The video this time is for something unique which I call an alternative to the four jaw chuck. However, whilst the device will do everything that a normal four jaw chuck will, and much more, I consider that it is best also to have a conventional chuck, due to it being quicker to use when just holding the smaller sizes of square or round workpieces.
These are the main plus and minus points.
Can use a mix of jaws and workpiece clamps
Has deeper jaws than a comparable sized chuck, *35mm compared to 20mm
With the jaws still within the perimeter of the body it takes much larger diameters than a comparable sized chuck, *83mm compared to 58mm
Total projection from the lathe's mandrel mounting surface is less, *65mm compared to 73mm
Very much more adaptable for complex shaped workpieces and at sizes beyond those possible with a comparable sized chuck.
When holding round bar, it can be set to run true, both adjacent to the jaw, and at the bar's end.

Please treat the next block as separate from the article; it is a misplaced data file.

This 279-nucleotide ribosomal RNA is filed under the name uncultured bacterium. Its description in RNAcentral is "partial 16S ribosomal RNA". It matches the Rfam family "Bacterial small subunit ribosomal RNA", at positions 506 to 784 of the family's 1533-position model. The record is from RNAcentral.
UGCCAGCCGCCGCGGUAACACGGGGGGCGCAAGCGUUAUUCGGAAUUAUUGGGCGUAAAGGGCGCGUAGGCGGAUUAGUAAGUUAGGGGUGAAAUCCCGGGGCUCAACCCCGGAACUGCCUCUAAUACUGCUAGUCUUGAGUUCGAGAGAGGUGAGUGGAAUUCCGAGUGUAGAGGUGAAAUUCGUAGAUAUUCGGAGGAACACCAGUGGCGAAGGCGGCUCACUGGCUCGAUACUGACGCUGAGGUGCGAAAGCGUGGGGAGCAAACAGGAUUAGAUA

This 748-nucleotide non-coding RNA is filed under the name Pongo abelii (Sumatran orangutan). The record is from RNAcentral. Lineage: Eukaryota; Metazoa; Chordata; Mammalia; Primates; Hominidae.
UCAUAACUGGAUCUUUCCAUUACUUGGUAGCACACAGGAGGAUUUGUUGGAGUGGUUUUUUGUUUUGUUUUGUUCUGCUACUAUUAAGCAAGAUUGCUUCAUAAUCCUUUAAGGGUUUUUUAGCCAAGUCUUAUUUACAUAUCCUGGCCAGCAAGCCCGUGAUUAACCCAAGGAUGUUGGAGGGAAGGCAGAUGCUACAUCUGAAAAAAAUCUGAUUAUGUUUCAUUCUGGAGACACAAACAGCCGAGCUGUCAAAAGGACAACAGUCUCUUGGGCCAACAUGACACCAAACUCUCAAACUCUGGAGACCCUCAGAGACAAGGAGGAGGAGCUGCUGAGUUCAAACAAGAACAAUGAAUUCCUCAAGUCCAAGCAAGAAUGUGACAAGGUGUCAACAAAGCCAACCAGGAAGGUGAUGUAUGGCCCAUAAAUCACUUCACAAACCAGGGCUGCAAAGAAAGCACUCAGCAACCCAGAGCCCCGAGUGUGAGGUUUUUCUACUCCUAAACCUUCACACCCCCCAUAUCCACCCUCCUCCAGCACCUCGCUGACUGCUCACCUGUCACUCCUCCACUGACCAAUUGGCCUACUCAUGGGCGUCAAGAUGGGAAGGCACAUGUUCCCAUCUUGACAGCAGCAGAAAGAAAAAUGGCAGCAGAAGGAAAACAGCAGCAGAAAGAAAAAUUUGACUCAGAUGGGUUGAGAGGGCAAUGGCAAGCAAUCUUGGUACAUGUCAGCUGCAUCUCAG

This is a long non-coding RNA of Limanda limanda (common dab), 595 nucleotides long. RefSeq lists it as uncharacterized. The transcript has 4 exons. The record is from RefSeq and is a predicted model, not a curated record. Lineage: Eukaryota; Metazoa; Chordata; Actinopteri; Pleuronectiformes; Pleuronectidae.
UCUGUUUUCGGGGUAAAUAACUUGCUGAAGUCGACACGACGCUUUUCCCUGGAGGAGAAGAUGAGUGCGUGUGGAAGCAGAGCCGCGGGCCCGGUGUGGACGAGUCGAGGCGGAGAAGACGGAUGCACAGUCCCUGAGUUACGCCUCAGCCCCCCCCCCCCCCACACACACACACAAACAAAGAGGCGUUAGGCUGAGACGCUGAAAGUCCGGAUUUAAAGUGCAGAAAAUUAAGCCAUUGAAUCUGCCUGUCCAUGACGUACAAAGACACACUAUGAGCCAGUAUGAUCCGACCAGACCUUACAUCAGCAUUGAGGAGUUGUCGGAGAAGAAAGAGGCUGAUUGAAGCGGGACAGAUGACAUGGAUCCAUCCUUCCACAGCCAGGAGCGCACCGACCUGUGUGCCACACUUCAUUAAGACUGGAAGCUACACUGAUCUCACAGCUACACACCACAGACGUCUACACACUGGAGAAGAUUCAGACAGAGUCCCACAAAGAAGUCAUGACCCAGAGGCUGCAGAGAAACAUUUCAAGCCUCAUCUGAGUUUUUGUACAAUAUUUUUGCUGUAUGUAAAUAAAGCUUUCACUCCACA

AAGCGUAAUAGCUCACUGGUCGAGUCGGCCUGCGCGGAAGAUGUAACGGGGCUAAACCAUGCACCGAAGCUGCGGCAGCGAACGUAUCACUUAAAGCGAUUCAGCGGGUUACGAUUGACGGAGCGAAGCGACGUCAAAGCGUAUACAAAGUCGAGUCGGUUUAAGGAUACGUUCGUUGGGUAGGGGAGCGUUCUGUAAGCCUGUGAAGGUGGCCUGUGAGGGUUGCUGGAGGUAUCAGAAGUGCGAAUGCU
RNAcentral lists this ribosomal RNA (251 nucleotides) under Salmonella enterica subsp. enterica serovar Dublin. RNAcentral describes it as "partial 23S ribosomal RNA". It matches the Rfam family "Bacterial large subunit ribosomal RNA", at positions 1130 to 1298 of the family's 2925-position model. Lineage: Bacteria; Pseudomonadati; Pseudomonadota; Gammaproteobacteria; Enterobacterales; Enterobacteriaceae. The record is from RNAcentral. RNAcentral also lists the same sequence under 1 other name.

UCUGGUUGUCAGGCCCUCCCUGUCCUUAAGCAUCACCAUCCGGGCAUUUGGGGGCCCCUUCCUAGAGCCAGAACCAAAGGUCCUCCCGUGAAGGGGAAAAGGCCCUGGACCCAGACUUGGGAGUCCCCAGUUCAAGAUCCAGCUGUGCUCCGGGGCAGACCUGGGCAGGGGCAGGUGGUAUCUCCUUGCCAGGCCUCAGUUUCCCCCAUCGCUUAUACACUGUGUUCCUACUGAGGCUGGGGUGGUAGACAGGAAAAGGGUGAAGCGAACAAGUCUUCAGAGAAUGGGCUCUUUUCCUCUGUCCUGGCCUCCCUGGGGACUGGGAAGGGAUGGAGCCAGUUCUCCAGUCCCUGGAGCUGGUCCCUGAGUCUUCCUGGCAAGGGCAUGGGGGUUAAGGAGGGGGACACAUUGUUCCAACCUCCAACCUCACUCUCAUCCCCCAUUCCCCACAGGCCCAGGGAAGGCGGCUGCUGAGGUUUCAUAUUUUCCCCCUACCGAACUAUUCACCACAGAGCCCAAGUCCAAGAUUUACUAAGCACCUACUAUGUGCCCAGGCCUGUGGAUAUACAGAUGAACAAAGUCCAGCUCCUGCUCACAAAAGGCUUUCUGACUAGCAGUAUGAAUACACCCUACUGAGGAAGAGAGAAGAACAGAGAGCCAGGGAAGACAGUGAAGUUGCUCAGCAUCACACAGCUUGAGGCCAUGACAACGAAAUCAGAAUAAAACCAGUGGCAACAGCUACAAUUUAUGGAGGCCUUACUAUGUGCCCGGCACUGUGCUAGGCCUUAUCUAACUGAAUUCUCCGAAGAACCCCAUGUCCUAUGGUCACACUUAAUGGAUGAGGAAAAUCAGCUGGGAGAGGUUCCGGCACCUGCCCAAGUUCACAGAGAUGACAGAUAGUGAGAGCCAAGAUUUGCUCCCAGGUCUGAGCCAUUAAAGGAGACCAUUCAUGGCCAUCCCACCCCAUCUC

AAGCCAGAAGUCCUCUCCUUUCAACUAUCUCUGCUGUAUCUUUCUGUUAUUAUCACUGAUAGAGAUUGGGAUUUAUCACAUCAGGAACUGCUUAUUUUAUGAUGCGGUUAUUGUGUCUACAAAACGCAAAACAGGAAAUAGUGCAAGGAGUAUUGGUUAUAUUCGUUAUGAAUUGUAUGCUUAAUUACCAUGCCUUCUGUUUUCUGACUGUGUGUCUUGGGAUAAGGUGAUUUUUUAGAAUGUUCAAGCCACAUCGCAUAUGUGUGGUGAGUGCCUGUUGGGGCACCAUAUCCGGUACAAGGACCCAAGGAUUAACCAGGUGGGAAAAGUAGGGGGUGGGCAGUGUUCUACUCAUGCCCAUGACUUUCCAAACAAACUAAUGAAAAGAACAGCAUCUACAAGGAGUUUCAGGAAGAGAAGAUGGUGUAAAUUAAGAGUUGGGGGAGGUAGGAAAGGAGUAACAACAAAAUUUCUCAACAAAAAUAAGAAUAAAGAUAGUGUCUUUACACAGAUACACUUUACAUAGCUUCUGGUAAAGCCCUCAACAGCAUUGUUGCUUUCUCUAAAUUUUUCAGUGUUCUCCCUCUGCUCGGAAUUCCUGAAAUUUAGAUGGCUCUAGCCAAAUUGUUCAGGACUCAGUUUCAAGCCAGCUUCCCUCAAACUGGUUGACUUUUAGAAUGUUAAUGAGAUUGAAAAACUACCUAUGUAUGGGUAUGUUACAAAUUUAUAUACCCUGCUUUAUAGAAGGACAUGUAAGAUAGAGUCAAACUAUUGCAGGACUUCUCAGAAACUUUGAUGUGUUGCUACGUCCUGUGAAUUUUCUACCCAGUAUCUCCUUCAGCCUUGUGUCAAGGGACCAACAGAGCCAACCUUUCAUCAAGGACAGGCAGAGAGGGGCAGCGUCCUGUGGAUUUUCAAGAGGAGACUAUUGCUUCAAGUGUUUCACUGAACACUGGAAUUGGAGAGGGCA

Reversing the jaws, which is a slow process, is not required.
Much easier to keep the mechanisms clean
Can be used without the jaws as a very robust and adaptable faceplate.
*Comparisons are with my 6" four jaw chuck.
Minus points, just one, and then only upto the capacity of the four jaw chuck available. It will be slower to set up for round and square workpieces unless it was already set for them from the previous task.
I now have 16 videos available for viewing and for anyone having missed some the full list so far can be found here Harold Halls Videos, index
Last edited by Metaler; 11-30-2016 at 06:47 AM.
I like your universal holding design and especially for holding odd sized thin parts that required at least three hands when setting up in a conventional 4-jaw chuck. Looks like an easy setup for consistently machining the four eccentrics for dual cylinder and compound steam engines. I think your center hole jig for measuring the jaw distances could be easily adapted for use in initially setting up other types of 4-jaw chucks. Thanks of the new ideas and video.
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